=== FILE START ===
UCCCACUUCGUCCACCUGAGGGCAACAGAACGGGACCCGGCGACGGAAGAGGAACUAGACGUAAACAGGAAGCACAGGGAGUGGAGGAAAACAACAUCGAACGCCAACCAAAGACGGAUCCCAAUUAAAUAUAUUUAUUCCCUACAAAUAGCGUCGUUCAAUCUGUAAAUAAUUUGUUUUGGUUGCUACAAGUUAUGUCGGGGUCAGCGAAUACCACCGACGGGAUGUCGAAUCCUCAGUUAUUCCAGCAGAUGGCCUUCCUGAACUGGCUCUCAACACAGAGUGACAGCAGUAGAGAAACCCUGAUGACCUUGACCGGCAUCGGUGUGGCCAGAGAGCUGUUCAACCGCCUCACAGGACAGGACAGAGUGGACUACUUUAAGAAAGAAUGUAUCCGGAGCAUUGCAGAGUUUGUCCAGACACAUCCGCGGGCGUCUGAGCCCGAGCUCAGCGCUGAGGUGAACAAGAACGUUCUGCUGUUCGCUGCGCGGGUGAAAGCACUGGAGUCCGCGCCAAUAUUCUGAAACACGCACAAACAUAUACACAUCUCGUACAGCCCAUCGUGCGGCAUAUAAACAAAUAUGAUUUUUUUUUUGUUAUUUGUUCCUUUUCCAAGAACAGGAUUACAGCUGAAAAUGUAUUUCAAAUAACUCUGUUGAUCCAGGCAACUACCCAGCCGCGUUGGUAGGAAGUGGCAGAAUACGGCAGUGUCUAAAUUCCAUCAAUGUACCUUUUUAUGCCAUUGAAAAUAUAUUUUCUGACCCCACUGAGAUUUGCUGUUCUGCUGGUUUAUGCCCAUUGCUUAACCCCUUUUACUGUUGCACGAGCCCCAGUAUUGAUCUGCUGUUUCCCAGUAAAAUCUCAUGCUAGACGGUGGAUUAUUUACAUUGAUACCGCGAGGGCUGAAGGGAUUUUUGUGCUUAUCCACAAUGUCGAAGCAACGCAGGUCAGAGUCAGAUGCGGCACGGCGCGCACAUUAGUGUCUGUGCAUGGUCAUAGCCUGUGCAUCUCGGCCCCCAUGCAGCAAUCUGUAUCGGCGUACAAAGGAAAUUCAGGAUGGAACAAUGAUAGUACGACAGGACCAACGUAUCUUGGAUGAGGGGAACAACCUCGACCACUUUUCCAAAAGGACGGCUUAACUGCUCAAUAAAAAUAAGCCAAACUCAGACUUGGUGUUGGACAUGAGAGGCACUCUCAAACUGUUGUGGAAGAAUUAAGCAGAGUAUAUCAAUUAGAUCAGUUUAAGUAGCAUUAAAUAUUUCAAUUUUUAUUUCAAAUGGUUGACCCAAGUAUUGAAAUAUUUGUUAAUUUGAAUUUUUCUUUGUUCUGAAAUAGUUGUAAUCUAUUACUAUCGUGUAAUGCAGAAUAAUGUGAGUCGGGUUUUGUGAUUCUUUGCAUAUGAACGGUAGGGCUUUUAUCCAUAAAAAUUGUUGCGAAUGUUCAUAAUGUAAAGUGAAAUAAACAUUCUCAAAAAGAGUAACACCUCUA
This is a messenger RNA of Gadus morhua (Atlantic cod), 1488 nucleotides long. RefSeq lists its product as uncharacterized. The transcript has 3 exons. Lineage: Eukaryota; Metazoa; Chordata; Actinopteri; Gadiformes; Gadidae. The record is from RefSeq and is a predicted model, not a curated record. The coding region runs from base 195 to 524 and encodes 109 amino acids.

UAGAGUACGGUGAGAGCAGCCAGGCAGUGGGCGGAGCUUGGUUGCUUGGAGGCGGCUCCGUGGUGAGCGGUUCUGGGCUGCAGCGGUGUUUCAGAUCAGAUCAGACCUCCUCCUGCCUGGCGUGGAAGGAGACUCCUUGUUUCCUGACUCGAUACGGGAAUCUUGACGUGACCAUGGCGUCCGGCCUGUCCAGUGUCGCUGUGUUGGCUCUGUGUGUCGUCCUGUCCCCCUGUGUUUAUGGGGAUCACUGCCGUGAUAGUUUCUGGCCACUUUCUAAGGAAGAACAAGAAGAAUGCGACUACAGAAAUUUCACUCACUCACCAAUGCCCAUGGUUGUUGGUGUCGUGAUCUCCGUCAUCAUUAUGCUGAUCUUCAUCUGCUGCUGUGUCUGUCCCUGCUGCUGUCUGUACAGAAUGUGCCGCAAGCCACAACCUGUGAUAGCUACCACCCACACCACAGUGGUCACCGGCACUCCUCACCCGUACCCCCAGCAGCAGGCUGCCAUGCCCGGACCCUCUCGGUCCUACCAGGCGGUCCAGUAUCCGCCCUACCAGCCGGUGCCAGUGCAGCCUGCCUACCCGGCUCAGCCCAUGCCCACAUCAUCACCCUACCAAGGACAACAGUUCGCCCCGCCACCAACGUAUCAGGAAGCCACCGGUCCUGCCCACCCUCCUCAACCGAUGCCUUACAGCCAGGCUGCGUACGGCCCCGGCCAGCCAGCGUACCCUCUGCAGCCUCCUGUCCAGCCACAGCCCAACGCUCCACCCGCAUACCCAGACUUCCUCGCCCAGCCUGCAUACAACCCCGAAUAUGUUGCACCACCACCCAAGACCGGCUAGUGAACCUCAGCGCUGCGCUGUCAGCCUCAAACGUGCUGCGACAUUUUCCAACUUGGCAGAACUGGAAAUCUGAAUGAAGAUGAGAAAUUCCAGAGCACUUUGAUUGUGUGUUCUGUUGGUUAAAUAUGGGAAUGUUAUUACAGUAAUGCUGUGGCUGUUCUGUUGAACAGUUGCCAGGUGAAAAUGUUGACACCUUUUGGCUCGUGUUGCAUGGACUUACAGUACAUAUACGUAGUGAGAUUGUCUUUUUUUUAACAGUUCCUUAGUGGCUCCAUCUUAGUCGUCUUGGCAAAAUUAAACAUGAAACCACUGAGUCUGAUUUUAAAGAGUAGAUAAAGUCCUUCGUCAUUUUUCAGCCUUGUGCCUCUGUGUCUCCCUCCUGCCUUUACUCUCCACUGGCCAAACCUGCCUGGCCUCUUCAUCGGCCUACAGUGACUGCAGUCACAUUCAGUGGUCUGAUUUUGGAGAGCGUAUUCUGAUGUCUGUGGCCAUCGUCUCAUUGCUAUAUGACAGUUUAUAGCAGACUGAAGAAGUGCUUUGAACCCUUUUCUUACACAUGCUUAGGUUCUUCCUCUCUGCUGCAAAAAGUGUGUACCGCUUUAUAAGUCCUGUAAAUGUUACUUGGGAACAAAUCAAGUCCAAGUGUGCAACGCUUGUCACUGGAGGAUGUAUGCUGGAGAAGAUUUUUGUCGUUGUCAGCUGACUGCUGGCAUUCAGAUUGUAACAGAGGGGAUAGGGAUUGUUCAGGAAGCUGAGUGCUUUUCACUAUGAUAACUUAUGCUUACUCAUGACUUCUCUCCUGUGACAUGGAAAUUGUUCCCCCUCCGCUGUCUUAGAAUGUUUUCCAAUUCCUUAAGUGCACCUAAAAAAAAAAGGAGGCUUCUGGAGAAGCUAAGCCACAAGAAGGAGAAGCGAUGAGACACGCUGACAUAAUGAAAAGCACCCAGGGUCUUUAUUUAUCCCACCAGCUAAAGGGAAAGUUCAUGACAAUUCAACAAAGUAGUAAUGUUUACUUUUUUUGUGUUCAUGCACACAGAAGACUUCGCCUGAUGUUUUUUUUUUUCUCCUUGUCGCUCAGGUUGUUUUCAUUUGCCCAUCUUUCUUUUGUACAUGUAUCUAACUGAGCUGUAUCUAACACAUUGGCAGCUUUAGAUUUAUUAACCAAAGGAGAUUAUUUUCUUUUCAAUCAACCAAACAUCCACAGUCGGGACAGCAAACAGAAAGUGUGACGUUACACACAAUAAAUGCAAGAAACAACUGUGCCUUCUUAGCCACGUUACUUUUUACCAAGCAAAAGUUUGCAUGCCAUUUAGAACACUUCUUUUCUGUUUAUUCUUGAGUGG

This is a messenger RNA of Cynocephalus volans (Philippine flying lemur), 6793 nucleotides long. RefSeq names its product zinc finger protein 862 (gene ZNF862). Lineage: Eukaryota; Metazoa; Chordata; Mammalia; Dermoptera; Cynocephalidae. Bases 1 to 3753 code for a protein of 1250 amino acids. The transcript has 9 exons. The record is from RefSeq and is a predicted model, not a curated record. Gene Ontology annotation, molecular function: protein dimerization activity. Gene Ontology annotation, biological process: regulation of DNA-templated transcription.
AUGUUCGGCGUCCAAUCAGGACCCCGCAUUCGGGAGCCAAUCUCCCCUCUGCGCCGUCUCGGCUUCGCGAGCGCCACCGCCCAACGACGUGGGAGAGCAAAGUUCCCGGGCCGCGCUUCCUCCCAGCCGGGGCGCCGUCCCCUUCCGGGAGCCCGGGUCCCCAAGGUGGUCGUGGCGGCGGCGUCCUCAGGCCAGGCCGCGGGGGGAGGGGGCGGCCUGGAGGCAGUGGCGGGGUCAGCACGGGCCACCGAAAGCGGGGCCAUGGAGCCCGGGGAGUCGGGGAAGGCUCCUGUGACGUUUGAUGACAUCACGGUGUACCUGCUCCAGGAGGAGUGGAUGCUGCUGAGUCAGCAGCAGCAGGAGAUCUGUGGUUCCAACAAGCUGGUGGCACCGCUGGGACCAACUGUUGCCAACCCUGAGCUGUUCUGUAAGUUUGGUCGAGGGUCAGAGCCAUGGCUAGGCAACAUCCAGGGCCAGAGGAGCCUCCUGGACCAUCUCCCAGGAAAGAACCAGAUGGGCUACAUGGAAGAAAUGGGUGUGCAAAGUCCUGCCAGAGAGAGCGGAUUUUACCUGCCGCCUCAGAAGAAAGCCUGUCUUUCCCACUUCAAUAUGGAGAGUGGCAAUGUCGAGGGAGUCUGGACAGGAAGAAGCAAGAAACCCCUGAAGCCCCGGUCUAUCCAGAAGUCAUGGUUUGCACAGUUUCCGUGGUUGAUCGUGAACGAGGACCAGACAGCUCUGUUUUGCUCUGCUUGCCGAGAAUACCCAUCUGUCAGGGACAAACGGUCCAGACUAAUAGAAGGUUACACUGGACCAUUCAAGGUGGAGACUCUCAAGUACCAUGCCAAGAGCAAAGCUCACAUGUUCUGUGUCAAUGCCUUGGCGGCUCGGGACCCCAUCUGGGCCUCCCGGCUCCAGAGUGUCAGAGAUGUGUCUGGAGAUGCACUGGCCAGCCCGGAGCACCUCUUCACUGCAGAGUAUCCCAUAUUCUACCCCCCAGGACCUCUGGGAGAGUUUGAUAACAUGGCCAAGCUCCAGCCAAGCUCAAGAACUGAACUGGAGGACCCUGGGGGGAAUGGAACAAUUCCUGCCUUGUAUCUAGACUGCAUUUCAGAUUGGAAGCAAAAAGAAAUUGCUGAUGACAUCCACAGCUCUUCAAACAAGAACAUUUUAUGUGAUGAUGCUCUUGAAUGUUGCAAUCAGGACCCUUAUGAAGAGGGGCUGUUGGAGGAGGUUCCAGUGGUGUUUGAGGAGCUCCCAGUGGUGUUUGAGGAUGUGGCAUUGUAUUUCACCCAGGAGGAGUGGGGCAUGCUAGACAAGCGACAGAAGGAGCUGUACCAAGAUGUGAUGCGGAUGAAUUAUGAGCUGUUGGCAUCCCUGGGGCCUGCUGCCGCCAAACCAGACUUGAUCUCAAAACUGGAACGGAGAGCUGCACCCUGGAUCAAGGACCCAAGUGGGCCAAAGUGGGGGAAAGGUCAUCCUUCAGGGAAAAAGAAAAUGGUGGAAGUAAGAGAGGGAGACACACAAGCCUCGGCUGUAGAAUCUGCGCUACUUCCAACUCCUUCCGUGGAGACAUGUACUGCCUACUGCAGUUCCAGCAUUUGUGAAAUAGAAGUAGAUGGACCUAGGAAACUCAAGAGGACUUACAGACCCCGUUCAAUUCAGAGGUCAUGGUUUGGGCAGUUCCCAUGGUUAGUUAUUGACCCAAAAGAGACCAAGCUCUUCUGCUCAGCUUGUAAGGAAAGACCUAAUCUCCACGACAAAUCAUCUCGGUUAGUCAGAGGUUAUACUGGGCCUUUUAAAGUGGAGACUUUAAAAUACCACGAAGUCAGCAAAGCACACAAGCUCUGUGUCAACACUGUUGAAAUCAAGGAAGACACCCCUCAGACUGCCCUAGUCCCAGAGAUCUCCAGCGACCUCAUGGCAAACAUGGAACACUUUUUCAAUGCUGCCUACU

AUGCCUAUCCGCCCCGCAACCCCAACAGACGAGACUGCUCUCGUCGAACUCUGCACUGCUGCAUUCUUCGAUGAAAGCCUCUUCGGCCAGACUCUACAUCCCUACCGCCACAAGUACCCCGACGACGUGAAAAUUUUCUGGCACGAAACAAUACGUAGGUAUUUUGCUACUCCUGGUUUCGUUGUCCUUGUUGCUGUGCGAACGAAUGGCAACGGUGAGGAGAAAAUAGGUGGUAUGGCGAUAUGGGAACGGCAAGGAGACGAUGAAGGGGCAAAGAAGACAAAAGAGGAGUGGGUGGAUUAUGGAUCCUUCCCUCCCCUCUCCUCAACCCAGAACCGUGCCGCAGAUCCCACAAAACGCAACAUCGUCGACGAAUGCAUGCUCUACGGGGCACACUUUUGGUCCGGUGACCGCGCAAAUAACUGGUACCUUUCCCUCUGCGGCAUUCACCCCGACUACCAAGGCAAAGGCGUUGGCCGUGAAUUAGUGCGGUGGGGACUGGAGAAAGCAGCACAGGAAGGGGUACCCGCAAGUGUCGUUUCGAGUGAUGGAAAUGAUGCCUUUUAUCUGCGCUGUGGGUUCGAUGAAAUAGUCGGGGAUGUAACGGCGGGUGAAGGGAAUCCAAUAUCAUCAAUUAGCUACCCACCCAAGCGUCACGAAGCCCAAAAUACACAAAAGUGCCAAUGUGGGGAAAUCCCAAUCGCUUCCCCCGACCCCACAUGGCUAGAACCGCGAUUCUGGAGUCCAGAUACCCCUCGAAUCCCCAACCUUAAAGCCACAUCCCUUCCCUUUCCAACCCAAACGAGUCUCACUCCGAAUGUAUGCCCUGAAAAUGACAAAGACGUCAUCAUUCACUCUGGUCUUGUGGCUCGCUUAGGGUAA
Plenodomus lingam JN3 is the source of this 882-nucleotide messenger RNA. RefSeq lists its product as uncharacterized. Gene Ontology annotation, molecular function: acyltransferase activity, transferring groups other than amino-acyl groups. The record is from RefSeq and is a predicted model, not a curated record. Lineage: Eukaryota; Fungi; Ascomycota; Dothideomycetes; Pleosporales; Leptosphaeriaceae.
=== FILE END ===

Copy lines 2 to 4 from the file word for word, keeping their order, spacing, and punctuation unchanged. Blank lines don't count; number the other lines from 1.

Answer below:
This is a messenger RNA of Gadus morhua (Atlantic cod), 1488 nucleotides long. RefSeq lists its product as uncharacterized. The transcript has 3 exons. Lineage: Eukaryota; Metazoa; Chordata; Actinopteri; Gadiformes; Gadidae. The record is from RefSeq and is a predicted model, not a curated record. The coding region runs from base 195 to 524 and encodes 109 amino acids.

UAGAGUACGGUGAGAGCAGCCAGGCAGUGGGCGGAGCUUGGUUGCUUGGAGGCGGCUCCGUGGUGAGCGGUUCUGGGCUGCAGCGGUGUUUCAGAUCAGAUCAGACCUCCUCCUGCCUGGCGUGGAAGGAGACUCCUUGUUUCCUGACUCGAUACGGGAAUCUUGACGUGACCAUGGCGUCCGGCCUGUCCAGUGUCGCUGUGUUGGCUCUGUGUGUCGUCCUGUCCCCCUGUGUUUAUGGGGAUCACUGCCGUGAUAGUUUCUGGCCACUUUCUAAGGAAGAACAAGAAGAAUGCGACUACAGAAAUUUCACUCACUCACCAAUGCCCAUGGUUGUUGGUGUCGUGAUCUCCGUCAUCAUUAUGCUGAUCUUCAUCUGCUGCUGUGUCUGUCCCUGCUGCUGUCUGUACAGAAUGUGCCGCAAGCCACAACCUGUGAUAGCUACCACCCACACCACAGUGGUCACCGGCACUCCUCACCCGUACCCCCAGCAGCAGGCUGCCAUGCCCGGACCCUCUCGGUCCUACCAGGCGGUCCAGUAUCCGCCCUACCAGCCGGUGCCAGUGCAGCCUGCCUACCCGGCUCAGCCCAUGCCCACAUCAUCACCCUACCAAGGACAACAGUUCGCCCCGCCACCAACGUAUCAGGAAGCCACCGGUCCUGCCCACCCUCCUCAACCGAUGCCUUACAGCCAGGCUGCGUACGGCCCCGGCCAGCCAGCGUACCCUCUGCAGCCUCCUGUCCAGCCACAGCCCAACGCUCCACCCGCAUACCCAGACUUCCUCGCCCAGCCUGCAUACAACCCCGAAUAUGUUGCACCACCACCCAAGACCGGCUAGUGAACCUCAGCGCUGCGCUGUCAGCCUCAAACGUGCUGCGACAUUUUCCAACUUGGCAGAACUGGAAAUCUGAAUGAAGAUGAGAAAUUCCAGAGCACUUUGAUUGUGUGUUCUGUUGGUUAAAUAUGGGAAUGUUAUUACAGUAAUGCUGUGGCUGUUCUGUUGAACAGUUGCCAGGUGAAAAUGUUGACACCUUUUGGCUCGUGUUGCAUGGACUUACAGUACAUAUACGUAGUGAGAUUGUCUUUUUUUUAACAGUUCCUUAGUGGCUCCAUCUUAGUCGUCUUGGCAAAAUUAAACAUGAAACCACUGAGUCUGAUUUUAAAGAGUAGAUAAAGUCCUUCGUCAUUUUUCAGCCUUGUGCCUCUGUGUCUCCCUCCUGCCUUUACUCUCCACUGGCCAAACCUGCCUGGCCUCUUCAUCGGCCUACAGUGACUGCAGUCACAUUCAGUGGUCUGAUUUUGGAGAGCGUAUUCUGAUGUCUGUGGCCAUCGUCUCAUUGCUAUAUGACAGUUUAUAGCAGACUGAAGAAGUGCUUUGAACCCUUUUCUUACACAUGCUUAGGUUCUUCCUCUCUGCUGCAAAAAGUGUGUACCGCUUUAUAAGUCCUGUAAAUGUUACUUGGGAACAAAUCAAGUCCAAGUGUGCAACGCUUGUCACUGGAGGAUGUAUGCUGGAGAAGAUUUUUGUCGUUGUCAGCUGACUGCUGGCAUUCAGAUUGUAACAGAGGGGAUAGGGAUUGUUCAGGAAGCUGAGUGCUUUUCACUAUGAUAACUUAUGCUUACUCAUGACUUCUCUCCUGUGACAUGGAAAUUGUUCCCCCUCCGCUGUCUUAGAAUGUUUUCCAAUUCCUUAAGUGCACCUAAAAAAAAAAGGAGGCUUCUGGAGAAGCUAAGCCACAAGAAGGAGAAGCGAUGAGACACGCUGACAUAAUGAAAAGCACCCAGGGUCUUUAUUUAUCCCACCAGCUAAAGGGAAAGUUCAUGACAAUUCAACAAAGUAGUAAUGUUUACUUUUUUUGUGUUCAUGCACACAGAAGACUUCGCCUGAUGUUUUUUUUUUUCUCCUUGUCGCUCAGGUUGUUUUCAUUUGCCCAUCUUUCUUUUGUACAUGUAUCUAACUGAGCUGUAUCUAACACAUUGGCAGCUUUAGAUUUAUUAACCAAAGGAGAUUAUUUUCUUUUCAAUCAACCAAACAUCCACAGUCGGGACAGCAAACAGAAAGUGUGACGUUACACACAAUAAAUGCAAGAAACAACUGUGCCUUCUUAGCCACGUUACUUUUUACCAAGCAAAAGUUUGCAUGCCAUUUAGAACACUUCUUUUCUGUUUAUUCUUGAGUGG

This is a messenger RNA of Cynocephalus volans (Philippine flying lemur), 6793 nucleotides long. RefSeq names its product zinc finger protein 862 (gene ZNF862). Lineage: Eukaryota; Metazoa; Chordata; Mammalia; Dermoptera; Cynocephalidae. Bases 1 to 3753 code for a protein of 1250 amino acids. The transcript has 9 exons. The record is from RefSeq and is a predicted model, not a curated record. Gene Ontology annotation, molecular function: protein dimerization activity. Gene Ontology annotation, biological process: regulation of DNA-templated transcription.